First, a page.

Available Now! (click cover)

America's Counter-Revolution
The Constitution Revisited

From the back cover:

This book challenges the assumption that the Constitution was a landmark in the struggle for liberty. Instead, Sheldon Richman argues, it was the product of a counter-revolution, a setback for the radicalism represented by America’s break with the British empire. Drawing on careful, credible historical scholarship and contemporary political analysis, Richman suggests that this counter-revolution was the work of conservatives who sought a nation of “power, consequence, and grandeur.” America’s Counter-Revolution makes a persuasive case that the Constitution was a victory not for liberty but for the agendas and interests of a militaristic, aristocratic, privilege-seeking ruling class.

Sunday, October 07, 2007

Government Failure

A popular academic rationalization for having government forcibly override people's economic decisions is the theory of market failure. Advocates of the free market have long emphasized that the countless self-regarding actions individuals perform daily in the marketplace generate a larger complex spontaneous, or undesigned, order -- that is, a high degree of interpersonal coordination that is remarkably pleasing to consumers. This is the social cooperation Ludwig von Mises placed at the center of his description of the market process. Critics of the market realize this is a powerfully appealing feature of the economists' case for what these critics deride as the unfettered marketplace. So this feature has been among the prime targets of those who would straitjacket or even abolish the market. Hence the attraction of market-failure theory.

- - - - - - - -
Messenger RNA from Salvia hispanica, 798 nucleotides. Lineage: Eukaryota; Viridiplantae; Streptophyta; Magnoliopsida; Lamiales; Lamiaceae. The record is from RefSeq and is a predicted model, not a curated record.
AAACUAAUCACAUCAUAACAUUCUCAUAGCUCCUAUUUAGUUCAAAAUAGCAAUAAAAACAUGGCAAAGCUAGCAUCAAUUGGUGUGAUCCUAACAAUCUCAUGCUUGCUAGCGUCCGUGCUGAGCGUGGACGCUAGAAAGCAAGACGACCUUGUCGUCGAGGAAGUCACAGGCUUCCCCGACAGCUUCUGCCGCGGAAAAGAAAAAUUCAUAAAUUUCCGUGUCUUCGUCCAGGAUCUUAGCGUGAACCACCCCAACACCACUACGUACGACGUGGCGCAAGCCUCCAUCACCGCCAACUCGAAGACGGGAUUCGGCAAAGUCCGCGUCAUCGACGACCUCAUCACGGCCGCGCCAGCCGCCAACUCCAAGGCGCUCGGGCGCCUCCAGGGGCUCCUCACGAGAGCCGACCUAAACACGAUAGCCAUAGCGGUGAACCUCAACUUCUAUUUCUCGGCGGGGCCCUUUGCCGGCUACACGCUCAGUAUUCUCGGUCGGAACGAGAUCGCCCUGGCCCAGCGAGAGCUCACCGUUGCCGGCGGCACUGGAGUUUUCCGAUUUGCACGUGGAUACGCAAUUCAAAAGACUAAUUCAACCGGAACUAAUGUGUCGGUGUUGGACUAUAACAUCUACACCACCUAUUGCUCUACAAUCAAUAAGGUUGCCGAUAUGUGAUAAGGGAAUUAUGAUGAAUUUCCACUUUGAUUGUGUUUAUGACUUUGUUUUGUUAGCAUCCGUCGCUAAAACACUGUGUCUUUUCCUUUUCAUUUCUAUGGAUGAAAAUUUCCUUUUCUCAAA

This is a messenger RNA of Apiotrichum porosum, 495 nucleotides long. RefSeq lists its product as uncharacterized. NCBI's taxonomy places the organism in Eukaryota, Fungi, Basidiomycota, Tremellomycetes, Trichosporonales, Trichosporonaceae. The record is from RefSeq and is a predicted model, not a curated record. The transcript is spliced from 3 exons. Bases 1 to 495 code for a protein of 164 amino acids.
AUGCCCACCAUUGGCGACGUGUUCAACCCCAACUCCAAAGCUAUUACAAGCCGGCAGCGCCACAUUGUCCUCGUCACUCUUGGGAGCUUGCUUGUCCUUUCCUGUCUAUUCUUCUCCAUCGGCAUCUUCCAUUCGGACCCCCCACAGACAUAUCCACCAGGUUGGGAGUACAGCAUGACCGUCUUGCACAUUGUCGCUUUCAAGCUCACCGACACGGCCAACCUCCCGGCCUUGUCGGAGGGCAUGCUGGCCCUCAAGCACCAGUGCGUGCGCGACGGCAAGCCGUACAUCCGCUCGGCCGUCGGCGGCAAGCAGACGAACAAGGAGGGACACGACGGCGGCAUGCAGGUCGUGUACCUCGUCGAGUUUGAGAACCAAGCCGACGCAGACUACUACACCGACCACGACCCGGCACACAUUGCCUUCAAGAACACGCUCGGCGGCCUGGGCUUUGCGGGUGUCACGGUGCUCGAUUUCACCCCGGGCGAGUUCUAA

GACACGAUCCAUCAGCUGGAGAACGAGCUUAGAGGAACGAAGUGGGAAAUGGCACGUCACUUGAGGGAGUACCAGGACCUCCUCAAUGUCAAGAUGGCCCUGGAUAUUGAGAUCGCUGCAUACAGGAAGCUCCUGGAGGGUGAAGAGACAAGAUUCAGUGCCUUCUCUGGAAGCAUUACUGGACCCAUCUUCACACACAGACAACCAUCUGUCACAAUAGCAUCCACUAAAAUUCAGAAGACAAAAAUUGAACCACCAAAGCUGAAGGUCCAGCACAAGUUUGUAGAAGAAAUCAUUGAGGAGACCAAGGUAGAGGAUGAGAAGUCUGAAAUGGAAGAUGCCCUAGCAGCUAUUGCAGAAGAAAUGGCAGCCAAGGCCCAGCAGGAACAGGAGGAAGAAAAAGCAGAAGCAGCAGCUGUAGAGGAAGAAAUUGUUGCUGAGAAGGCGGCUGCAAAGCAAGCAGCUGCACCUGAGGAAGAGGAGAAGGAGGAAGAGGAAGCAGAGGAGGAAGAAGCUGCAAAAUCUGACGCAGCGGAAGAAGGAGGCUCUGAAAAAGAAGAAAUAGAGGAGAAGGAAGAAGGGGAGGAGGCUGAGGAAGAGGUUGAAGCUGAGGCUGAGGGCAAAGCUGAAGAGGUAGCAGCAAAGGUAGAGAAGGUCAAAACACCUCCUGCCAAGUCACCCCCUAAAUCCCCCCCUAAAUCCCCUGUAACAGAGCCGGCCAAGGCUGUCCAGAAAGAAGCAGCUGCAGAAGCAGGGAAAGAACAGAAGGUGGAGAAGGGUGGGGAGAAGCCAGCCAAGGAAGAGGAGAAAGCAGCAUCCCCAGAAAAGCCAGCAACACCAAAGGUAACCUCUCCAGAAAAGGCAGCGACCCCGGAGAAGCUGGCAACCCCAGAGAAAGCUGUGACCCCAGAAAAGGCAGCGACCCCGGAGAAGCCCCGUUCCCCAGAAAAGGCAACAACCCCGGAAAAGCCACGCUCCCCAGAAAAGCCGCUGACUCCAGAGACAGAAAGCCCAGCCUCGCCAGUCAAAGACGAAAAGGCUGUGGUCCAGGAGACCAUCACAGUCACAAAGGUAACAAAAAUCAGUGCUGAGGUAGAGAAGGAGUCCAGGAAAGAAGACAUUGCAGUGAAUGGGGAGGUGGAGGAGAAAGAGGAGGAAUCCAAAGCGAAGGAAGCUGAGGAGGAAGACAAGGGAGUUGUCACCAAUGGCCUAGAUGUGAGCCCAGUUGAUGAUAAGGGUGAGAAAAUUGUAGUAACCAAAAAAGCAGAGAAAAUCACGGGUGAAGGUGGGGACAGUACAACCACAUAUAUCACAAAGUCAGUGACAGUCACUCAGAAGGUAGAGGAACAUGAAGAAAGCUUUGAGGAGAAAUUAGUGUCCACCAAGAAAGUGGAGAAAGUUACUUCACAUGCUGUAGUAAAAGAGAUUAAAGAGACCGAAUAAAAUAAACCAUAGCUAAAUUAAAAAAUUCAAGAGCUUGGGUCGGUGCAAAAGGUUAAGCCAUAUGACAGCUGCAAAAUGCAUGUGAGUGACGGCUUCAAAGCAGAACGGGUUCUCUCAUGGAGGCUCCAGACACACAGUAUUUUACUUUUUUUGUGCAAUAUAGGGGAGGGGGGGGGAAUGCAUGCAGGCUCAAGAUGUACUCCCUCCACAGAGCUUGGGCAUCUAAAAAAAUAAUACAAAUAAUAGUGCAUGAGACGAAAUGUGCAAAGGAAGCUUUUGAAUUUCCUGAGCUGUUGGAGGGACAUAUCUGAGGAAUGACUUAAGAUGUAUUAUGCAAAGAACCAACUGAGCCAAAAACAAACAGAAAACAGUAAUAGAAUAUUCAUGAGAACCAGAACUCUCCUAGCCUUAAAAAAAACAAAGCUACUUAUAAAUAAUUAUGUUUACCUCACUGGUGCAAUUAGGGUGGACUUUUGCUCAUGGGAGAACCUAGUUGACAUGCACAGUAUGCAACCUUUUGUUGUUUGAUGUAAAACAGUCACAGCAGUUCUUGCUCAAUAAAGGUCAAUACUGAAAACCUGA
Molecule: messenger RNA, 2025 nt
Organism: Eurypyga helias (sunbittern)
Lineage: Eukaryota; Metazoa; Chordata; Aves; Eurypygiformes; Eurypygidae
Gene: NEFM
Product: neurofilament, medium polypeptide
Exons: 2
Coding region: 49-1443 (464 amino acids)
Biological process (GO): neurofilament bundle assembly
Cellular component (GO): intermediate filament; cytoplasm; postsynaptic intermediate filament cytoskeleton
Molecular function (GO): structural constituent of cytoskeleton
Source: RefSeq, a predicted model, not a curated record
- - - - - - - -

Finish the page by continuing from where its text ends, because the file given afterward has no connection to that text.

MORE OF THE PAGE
The rest of my TGIF column, "Government Failure," is at the Foundation for Economic Education website.

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